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白糖糕 Bai Tang Gao - Steamed Rice Cake

Rice flour, sugar, and instant yeast are the only three ingredients you need to prepare this classic Chinese steamed rice cake (bai tang gao), and a steamer!
Rice flour, sugar, and yeast are the only ingredients you need to make bai tang gao (白糖糕), or Chinese steamed rice cake.

Rice flour, sugar, and yeast are the only ingredients you need to make bai tang gao (白糖糕), or Chinese steamed rice cake.

It must have been more than a decade since I last sink my teeth into a piece of 白糖糕 bai tang gao - steamed rice cake. Since both sets of my grandparents are Cantonese, I grew up eating tons of this soft and chewy cake.

It looks so simple, but believe me, getting that just right texture can be super tricky. Case in point, no one in my family ever attempts this cake and just buy some from the neighborhood shop when the craving hits.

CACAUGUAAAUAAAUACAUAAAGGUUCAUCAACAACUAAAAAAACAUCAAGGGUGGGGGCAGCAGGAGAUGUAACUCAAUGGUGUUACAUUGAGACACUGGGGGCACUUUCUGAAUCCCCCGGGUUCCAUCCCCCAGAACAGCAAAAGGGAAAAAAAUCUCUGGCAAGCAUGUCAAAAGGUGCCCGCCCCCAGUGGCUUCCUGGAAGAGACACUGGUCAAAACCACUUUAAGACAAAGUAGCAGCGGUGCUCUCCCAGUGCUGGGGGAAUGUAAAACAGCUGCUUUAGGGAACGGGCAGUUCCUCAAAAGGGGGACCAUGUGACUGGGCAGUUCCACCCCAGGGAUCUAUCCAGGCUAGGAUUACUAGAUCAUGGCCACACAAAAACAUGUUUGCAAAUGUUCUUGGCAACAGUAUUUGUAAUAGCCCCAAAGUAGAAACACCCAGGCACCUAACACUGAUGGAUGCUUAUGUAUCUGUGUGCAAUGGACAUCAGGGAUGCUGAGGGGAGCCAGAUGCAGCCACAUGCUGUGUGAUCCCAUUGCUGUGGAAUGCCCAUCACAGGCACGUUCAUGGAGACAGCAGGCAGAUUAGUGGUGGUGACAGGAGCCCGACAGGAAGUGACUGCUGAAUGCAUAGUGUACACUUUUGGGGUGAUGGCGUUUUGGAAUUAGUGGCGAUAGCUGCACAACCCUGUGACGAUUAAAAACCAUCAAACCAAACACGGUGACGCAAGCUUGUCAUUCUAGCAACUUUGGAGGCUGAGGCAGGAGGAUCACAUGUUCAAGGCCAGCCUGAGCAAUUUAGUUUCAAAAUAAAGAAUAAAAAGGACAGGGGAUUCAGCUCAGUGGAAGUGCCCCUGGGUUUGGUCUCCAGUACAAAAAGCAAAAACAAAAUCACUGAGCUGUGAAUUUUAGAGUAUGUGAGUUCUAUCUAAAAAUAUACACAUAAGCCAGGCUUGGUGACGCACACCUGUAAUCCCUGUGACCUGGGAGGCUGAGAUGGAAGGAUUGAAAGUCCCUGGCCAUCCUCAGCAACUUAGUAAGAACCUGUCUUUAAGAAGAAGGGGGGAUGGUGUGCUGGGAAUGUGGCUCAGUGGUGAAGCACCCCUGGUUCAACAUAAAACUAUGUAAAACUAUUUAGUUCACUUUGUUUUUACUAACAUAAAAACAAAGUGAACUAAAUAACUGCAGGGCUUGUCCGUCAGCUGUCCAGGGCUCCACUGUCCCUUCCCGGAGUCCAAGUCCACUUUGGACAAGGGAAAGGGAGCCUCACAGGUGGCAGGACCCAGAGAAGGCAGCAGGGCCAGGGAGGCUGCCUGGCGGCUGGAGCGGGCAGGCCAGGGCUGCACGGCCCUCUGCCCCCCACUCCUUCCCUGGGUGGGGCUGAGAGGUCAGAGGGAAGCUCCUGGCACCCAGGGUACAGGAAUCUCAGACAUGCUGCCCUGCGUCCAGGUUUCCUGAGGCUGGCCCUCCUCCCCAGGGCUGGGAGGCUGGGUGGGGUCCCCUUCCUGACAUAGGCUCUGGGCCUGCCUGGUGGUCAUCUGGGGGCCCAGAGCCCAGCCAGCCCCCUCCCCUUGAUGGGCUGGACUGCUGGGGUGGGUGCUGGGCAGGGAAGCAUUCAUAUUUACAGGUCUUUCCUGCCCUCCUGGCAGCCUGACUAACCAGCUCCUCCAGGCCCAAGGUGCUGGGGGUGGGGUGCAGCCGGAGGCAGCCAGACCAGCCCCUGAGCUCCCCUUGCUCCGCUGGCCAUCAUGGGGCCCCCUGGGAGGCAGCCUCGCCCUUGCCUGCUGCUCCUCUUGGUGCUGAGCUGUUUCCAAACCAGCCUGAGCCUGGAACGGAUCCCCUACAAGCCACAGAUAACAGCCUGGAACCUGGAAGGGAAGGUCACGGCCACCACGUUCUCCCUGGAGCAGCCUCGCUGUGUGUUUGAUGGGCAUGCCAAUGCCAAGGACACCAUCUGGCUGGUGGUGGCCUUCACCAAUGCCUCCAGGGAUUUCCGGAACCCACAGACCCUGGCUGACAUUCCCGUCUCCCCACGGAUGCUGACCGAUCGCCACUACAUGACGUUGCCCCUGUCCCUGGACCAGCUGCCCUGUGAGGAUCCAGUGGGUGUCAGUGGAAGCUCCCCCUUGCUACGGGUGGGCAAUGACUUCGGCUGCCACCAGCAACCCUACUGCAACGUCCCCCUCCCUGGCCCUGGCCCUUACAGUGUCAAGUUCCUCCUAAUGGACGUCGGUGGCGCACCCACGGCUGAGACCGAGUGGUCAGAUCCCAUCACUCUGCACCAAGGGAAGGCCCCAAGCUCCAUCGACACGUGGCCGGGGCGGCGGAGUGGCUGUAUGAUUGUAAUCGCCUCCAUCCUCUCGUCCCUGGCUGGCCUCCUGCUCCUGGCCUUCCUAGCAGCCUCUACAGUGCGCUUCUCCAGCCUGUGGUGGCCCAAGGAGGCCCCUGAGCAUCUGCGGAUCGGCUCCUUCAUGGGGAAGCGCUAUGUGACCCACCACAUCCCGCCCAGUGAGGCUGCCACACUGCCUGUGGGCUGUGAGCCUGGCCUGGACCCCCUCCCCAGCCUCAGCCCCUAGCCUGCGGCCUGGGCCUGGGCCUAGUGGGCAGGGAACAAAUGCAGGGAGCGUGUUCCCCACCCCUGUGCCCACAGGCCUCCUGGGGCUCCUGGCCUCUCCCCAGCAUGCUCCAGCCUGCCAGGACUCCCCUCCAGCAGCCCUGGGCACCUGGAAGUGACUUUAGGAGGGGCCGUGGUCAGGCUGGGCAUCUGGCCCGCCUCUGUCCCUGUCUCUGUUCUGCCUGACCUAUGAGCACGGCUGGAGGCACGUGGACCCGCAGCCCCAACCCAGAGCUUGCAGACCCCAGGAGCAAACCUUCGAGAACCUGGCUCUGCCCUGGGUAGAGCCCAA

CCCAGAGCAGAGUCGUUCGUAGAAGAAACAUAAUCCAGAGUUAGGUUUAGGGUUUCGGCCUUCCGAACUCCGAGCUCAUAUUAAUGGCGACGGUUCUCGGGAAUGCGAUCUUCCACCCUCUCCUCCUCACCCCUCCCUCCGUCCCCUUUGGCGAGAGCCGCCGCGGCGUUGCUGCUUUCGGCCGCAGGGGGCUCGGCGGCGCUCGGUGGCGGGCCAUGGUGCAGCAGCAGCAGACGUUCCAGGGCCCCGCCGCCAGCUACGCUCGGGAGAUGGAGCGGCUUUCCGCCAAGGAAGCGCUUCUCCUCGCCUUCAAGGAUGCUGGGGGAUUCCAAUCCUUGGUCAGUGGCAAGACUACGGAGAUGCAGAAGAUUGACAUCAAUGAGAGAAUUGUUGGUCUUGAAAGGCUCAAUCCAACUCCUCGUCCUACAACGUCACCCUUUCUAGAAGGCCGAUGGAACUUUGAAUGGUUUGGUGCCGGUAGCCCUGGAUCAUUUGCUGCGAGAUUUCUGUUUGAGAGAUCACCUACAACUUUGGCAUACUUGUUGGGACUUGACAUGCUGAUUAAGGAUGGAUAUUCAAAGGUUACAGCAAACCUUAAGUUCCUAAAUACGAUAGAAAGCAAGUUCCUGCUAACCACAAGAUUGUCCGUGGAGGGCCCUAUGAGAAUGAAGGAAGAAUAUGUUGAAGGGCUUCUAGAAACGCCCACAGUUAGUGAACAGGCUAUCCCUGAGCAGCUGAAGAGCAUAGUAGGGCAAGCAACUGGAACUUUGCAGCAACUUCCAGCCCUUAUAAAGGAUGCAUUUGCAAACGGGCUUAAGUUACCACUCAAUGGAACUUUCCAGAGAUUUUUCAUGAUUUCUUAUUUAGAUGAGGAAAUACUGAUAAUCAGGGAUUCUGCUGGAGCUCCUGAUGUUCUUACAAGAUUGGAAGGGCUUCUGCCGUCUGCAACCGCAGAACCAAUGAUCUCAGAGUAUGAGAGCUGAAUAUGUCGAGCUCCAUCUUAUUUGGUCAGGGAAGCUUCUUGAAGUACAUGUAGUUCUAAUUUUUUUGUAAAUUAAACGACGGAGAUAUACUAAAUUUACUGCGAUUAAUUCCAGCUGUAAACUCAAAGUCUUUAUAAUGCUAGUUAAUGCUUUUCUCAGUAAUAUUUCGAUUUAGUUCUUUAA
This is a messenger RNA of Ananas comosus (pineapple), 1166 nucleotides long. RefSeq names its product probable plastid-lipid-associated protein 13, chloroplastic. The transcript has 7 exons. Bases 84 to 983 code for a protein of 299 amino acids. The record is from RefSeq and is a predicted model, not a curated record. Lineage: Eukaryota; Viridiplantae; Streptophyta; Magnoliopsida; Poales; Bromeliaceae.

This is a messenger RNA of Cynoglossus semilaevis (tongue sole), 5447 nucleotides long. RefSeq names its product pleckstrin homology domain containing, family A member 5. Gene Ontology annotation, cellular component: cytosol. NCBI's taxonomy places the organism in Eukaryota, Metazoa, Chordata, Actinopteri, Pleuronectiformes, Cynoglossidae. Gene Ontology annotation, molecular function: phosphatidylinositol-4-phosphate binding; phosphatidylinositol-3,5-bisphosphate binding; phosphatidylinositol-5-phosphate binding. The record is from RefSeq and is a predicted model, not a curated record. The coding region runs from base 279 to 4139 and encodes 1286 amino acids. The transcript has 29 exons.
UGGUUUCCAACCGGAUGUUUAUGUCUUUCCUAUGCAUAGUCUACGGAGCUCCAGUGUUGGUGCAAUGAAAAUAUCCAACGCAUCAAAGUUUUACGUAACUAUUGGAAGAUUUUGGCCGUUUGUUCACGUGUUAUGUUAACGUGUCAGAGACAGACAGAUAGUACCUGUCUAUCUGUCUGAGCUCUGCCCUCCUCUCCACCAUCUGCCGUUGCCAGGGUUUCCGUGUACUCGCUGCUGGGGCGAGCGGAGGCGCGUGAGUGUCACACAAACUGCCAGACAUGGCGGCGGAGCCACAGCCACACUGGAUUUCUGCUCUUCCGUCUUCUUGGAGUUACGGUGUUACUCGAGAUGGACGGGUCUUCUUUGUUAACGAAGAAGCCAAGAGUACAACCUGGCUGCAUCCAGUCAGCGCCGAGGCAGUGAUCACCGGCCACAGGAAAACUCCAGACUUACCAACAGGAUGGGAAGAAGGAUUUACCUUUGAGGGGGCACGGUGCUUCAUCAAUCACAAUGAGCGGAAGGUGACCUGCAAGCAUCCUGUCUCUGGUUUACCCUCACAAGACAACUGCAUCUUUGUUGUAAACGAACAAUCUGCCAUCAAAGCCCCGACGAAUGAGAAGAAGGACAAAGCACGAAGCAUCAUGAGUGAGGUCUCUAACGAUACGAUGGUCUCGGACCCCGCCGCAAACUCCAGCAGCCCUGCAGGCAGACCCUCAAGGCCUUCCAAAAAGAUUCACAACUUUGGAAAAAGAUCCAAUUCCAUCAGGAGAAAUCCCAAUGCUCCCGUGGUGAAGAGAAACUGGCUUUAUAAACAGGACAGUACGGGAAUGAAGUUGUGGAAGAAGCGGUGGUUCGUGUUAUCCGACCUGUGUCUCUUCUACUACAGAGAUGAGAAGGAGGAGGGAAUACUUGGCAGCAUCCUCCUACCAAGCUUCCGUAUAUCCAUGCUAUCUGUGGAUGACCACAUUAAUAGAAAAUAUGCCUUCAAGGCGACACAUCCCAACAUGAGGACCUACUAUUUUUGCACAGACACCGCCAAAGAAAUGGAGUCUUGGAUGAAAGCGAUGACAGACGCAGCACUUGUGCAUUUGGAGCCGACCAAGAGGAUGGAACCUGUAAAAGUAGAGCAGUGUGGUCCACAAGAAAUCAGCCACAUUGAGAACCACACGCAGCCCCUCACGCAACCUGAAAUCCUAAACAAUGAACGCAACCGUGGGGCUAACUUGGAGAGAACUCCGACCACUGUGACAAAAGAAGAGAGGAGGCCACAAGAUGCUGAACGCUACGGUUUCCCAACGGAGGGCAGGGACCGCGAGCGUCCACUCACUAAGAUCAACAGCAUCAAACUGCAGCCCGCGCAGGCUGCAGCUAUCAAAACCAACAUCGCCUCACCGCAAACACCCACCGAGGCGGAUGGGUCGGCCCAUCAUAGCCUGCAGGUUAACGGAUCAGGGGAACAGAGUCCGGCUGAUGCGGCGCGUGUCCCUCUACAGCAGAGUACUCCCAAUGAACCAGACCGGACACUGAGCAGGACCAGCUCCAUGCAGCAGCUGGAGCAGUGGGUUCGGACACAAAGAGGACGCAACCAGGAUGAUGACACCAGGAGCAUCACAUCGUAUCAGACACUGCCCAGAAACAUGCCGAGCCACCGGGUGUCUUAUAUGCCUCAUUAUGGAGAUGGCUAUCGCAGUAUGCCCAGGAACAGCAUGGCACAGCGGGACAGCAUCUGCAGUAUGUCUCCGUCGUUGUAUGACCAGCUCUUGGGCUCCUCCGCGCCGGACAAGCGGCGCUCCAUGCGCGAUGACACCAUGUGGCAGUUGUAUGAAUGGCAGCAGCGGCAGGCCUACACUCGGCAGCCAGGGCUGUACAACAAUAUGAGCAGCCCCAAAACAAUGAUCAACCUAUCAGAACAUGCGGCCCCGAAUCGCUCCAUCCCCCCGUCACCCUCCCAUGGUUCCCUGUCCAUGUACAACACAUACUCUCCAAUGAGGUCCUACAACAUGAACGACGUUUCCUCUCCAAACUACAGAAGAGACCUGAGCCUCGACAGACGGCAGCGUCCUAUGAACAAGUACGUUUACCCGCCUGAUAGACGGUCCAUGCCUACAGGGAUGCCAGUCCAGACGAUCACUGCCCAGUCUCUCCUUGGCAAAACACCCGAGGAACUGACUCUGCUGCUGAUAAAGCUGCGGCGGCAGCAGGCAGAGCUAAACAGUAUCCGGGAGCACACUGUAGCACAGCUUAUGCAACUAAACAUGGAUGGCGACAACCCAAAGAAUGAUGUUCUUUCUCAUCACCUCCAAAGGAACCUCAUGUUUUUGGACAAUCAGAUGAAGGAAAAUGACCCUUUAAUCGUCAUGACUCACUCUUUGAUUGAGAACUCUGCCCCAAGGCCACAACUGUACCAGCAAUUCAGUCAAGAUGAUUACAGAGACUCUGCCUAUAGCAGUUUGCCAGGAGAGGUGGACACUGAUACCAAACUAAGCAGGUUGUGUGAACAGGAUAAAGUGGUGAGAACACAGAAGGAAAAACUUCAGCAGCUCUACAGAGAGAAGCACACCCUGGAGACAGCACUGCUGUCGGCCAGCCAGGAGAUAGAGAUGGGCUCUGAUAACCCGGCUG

Of course, living halfway across the globe means I have no access to the said trusty shop. But at last, I have managed to recreate this favorite childhood cake of mine :)

To prepare the bai tang gao batter: (1) Mix rice flour with water and stir into clumps; (2) Add hot boiling water and sugar liquid, whisk into a smooth batter; (3) Wait until the batter cools to 38 Celsius (100 Fahrenheit); (4) Add instant yeast, whisk, cover the bowl and rest in 75 Celsius (170 Fahrenheit) oven for 40 minutes.

To prepare the bai tang gao batter: (1) Mix rice flour with water and stir into clumps; (2) Add hot boiling water and sugar liquid, whisk into a smooth batter; (3) Wait until the batter cools to 38 Celsius (100 Fahrenheit); (4) Add instant yeast, whisk, cover the bowl and rest in 75 Celsius (170 Fahrenheit) oven for 40 minutes.

What you need to prepare bai tang gao (Chinese steamed rice cake)

Turns out, you only need three ingredients to make a bai tang gao:

  • rice flour (Note: I always use the one from Erawan brand, if you use another brand, proceed at your own risk)
  • sugar
  • instant yeast, you can use active yeast too but instant is easier